If the Democratic Party were serious about workers’ rights, it would have passed the Employee Free Choice Act during Obama’s first administration, to make it easier for US workers to organize. Instead, that law died an un-natural death, and has not been revived since. Labor organizing in this country takes place under the most atrocious conditions, with blatant labor law violations, including physical violence, from employers such as Amazon. Fewer workers, today, belong to a labor union than at any time since the 1950s — a decline that began under Democrat John F Kennedy. Surprisingly, statistics from the Bureau of Labor do not show an accelerated decline post-1980 — that is, following the election of Reagan. Instead, workers have been losing ground, at a steady rate, under Democrat and Republican Presidents alike.

Labor and the Black community have always been junior members of the Democratic Party. As of 2020, only 152 African Americans have ever been elected to Congress, out of 12,348 total members: 1.2%, although African Americans make up 14% of the US population. In that same period, no blue-collar worker has ever been elected to the US Congress. Even Democratic Socialists of America members Rashida Tlaib and Alexandria Ocasio Cortez — both from lower class families — have professional, rather than blue- or white-collar backgrounds.

The Democratic party is, without exaggeration, an element of a system which is “a form of class domination of the bourgeoisie,” however democratic.

Under these conditions, any real fight against fascism must involve empowering the working classes and the racially-oppressed to fight for their own needs and their own agenda, even if that means fighting for needs that cannot be met under the current system, even if it means a fundamental change in the system itself, even if it means pushing the Corporate elements — the Joe Bidens — out of the leadership of the Democratic Party.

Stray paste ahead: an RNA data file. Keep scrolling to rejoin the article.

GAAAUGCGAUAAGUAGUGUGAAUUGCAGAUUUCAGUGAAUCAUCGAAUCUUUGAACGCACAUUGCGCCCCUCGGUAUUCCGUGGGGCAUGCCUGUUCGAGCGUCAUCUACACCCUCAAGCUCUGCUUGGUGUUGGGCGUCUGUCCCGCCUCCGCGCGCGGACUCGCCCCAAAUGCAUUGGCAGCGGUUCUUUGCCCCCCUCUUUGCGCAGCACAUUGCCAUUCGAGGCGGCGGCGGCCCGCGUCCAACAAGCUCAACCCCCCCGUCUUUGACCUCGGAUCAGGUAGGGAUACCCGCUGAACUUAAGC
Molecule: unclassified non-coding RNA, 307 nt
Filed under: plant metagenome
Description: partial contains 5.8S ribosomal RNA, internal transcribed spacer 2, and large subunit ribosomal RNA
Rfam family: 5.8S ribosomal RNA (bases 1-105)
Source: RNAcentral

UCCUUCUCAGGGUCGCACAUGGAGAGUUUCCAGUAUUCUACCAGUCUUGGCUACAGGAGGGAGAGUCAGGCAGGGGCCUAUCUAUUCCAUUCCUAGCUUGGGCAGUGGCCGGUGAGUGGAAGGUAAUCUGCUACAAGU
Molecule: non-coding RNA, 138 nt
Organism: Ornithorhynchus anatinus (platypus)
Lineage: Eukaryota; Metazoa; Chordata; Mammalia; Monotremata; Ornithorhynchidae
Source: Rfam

Fascism means that significant sectors of the ruling class know that the system itself can no longer work. One way or another, an evolution is necessary. We will either lurch towards a system under which the people will have no rights, and Corporate America will reign supreme — or create a new system, in which the people will have all the rights, and Corporate America will no longer be.

Nothing — nothing — can be more anti-worker, more antithetical to the needs of the racially-oppressed, than war. Workers and people of color, not rich people. fight wars, die in wars, are maimed, physically and emotionally, by war. Vietnam, Iraq and Afghanistan were not fought in the interests of the people who died and were maimed there, but in the interests of the Corporations whose global interests were at stake. This war — whether fomented by Democrats or Republicans, whatever the glorious rhetoric — is no different. For fascism to be defeated, this war must be stopped.

A Republican victory at the midterms will not automaically bring on fascism. If, however, it forces the Democratic Party into a rethinking, if it slows the drive to all-out war, if it opens a political space for progressive peace forces with a minimum of chuspa, it may prevent fascism in the long run.

My work is reader-supported, and to those of you who have contributed in these past weeks, I thank you. Putting together an analysis that is data-driven, and not yet another random opinion, takes work — especially because the data does not always lead mes where I’d like to go. So if you appreciate what you’ve just read, support me by clicking here.



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Myke (Michele) Simonian

I’m a workingclass white guy in Philly, an advocate for DuBois’ Labor/Black Alliance. My work is data-driven. Subscribe to get updates.